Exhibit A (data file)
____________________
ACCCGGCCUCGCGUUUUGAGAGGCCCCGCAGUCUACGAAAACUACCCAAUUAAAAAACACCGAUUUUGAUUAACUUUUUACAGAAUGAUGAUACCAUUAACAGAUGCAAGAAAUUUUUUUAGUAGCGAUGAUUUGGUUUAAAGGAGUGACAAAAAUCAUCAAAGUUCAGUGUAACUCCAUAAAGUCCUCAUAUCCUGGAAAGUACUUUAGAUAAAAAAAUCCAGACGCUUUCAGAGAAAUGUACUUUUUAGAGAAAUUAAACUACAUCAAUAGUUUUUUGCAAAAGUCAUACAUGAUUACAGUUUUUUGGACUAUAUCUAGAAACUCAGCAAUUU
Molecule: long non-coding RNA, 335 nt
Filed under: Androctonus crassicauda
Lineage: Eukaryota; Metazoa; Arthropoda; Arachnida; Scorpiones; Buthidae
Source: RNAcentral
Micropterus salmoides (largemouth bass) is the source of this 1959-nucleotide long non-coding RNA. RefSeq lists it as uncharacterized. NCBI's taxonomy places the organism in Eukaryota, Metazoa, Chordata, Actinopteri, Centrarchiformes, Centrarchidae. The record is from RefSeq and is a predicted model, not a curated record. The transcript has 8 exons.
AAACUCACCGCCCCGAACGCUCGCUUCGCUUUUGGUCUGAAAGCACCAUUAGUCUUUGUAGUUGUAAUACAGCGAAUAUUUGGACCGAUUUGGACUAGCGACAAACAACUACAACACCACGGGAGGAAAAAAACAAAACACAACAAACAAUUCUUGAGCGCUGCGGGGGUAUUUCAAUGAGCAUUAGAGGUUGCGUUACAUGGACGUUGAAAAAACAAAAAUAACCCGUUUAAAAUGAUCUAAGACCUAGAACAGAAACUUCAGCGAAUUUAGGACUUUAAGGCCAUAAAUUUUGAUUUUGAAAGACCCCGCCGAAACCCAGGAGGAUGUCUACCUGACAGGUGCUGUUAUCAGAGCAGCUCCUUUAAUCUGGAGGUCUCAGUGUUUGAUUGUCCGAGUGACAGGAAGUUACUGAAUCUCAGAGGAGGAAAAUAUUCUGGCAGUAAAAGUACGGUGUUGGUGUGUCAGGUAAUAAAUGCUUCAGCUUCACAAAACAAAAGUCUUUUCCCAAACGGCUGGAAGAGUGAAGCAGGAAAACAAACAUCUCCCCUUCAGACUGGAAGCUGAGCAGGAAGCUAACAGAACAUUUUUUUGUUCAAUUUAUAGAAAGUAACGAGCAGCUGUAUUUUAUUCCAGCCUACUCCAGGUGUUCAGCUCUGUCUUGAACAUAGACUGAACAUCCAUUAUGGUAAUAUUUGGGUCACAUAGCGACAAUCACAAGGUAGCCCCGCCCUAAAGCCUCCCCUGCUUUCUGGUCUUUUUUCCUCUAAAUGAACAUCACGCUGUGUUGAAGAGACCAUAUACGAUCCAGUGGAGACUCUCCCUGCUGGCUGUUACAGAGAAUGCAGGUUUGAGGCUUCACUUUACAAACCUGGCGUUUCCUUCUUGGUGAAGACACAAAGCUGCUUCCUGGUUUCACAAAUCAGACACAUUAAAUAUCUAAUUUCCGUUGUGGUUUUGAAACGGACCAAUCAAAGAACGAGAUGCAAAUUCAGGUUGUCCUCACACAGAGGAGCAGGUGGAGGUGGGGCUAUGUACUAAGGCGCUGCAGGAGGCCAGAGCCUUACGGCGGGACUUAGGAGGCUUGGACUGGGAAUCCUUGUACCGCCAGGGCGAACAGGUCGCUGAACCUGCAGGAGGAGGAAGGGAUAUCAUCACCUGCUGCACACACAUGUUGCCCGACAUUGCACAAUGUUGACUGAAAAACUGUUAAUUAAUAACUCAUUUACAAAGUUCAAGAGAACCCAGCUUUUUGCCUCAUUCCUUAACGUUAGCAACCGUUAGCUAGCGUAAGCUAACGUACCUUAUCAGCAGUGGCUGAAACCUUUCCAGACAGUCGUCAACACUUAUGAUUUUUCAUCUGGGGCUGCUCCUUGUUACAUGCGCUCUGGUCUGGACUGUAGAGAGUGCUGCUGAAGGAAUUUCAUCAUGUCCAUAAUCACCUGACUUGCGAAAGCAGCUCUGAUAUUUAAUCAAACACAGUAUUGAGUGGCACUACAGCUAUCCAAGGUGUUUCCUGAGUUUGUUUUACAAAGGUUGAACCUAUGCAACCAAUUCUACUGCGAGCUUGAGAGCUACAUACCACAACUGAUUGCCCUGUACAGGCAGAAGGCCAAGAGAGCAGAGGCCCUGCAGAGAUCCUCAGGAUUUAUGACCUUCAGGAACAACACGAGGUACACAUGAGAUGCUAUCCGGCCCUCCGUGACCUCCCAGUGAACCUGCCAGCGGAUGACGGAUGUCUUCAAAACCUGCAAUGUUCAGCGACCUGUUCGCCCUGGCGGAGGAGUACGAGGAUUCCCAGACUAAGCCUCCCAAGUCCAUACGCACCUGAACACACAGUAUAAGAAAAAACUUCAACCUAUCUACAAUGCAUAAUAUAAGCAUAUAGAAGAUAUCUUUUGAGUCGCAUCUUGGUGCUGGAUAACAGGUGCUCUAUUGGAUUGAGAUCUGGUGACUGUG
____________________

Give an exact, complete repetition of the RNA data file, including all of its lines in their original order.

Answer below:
ACCCGGCCUCGCGUUUUGAGAGGCCCCGCAGUCUACGAAAACUACCCAAUUAAAAAACACCGAUUUUGAUUAACUUUUUACAGAAUGAUGAUACCAUUAACAGAUGCAAGAAAUUUUUUUAGUAGCGAUGAUUUGGUUUAAAGGAGUGACAAAAAUCAUCAAAGUUCAGUGUAACUCCAUAAAGUCCUCAUAUCCUGGAAAGUACUUUAGAUAAAAAAAUCCAGACGCUUUCAGAGAAAUGUACUUUUUAGAGAAAUUAAACUACAUCAAUAGUUUUUUGCAAAAGUCAUACAUGAUUACAGUUUUUUGGACUAUAUCUAGAAACUCAGCAAUUU
Molecule: long non-coding RNA, 335 nt
Filed under: Androctonus crassicauda
Lineage: Eukaryota; Metazoa; Arthropoda; Arachnida; Scorpiones; Buthidae
Source: RNAcentral
Micropterus salmoides (largemouth bass) is the source of this 1959-nucleotide long non-coding RNA. RefSeq lists it as uncharacterized. NCBI's taxonomy places the organism in Eukaryota, Metazoa, Chordata, Actinopteri, Centrarchiformes, Centrarchidae. The record is from RefSeq and is a predicted model, not a curated record. The transcript has 8 exons.
AAACUCACCGCCCCGAACGCUCGCUUCGCUUUUGGUCUGAAAGCACCAUUAGUCUUUGUAGUUGUAAUACAGCGAAUAUUUGGACCGAUUUGGACUAGCGACAAACAACUACAACACCACGGGAGGAAAAAAACAAAACACAACAAACAAUUCUUGAGCGCUGCGGGGGUAUUUCAAUGAGCAUUAGAGGUUGCGUUACAUGGACGUUGAAAAAACAAAAAUAACCCGUUUAAAAUGAUCUAAGACCUAGAACAGAAACUUCAGCGAAUUUAGGACUUUAAGGCCAUAAAUUUUGAUUUUGAAAGACCCCGCCGAAACCCAGGAGGAUGUCUACCUGACAGGUGCUGUUAUCAGAGCAGCUCCUUUAAUCUGGAGGUCUCAGUGUUUGAUUGUCCGAGUGACAGGAAGUUACUGAAUCUCAGAGGAGGAAAAUAUUCUGGCAGUAAAAGUACGGUGUUGGUGUGUCAGGUAAUAAAUGCUUCAGCUUCACAAAACAAAAGUCUUUUCCCAAACGGCUGGAAGAGUGAAGCAGGAAAACAAACAUCUCCCCUUCAGACUGGAAGCUGAGCAGGAAGCUAACAGAACAUUUUUUUGUUCAAUUUAUAGAAAGUAACGAGCAGCUGUAUUUUAUUCCAGCCUACUCCAGGUGUUCAGCUCUGUCUUGAACAUAGACUGAACAUCCAUUAUGGUAAUAUUUGGGUCACAUAGCGACAAUCACAAGGUAGCCCCGCCCUAAAGCCUCCCCUGCUUUCUGGUCUUUUUUCCUCUAAAUGAACAUCACGCUGUGUUGAAGAGACCAUAUACGAUCCAGUGGAGACUCUCCCUGCUGGCUGUUACAGAGAAUGCAGGUUUGAGGCUUCACUUUACAAACCUGGCGUUUCCUUCUUGGUGAAGACACAAAGCUGCUUCCUGGUUUCACAAAUCAGACACAUUAAAUAUCUAAUUUCCGUUGUGGUUUUGAAACGGACCAAUCAAAGAACGAGAUGCAAAUUCAGGUUGUCCUCACACAGAGGAGCAGGUGGAGGUGGGGCUAUGUACUAAGGCGCUGCAGGAGGCCAGAGCCUUACGGCGGGACUUAGGAGGCUUGGACUGGGAAUCCUUGUACCGCCAGGGCGAACAGGUCGCUGAACCUGCAGGAGGAGGAAGGGAUAUCAUCACCUGCUGCACACACAUGUUGCCCGACAUUGCACAAUGUUGACUGAAAAACUGUUAAUUAAUAACUCAUUUACAAAGUUCAAGAGAACCCAGCUUUUUGCCUCAUUCCUUAACGUUAGCAACCGUUAGCUAGCGUAAGCUAACGUACCUUAUCAGCAGUGGCUGAAACCUUUCCAGACAGUCGUCAACACUUAUGAUUUUUCAUCUGGGGCUGCUCCUUGUUACAUGCGCUCUGGUCUGGACUGUAGAGAGUGCUGCUGAAGGAAUUUCAUCAUGUCCAUAAUCACCUGACUUGCGAAAGCAGCUCUGAUAUUUAAUCAAACACAGUAUUGAGUGGCACUACAGCUAUCCAAGGUGUUUCCUGAGUUUGUUUUACAAAGGUUGAACCUAUGCAACCAAUUCUACUGCGAGCUUGAGAGCUACAUACCACAACUGAUUGCCCUGUACAGGCAGAAGGCCAAGAGAGCAGAGGCCCUGCAGAGAUCCUCAGGAUUUAUGACCUUCAGGAACAACACGAGGUACACAUGAGAUGCUAUCCGGCCCUCCGUGACCUCCCAGUGAACCUGCCAGCGGAUGACGGAUGUCUUCAAAACCUGCAAUGUUCAGCGACCUGUUCGCCCUGGCGGAGGAGUACGAGGAUUCCCAGACUAAGCCUCCCAAGUCCAUACGCACCUGAACACACAGUAUAAGAAAAAACUUCAACCUAUCUACAAUGCAUAAUAUAAGCAUAUAGAAGAUAUCUUUUGAGUCGCAUCUUGGUGCUGGAUAACAGGUGCUCUAUUGGAUUGAGAUCUGGUGACUGUG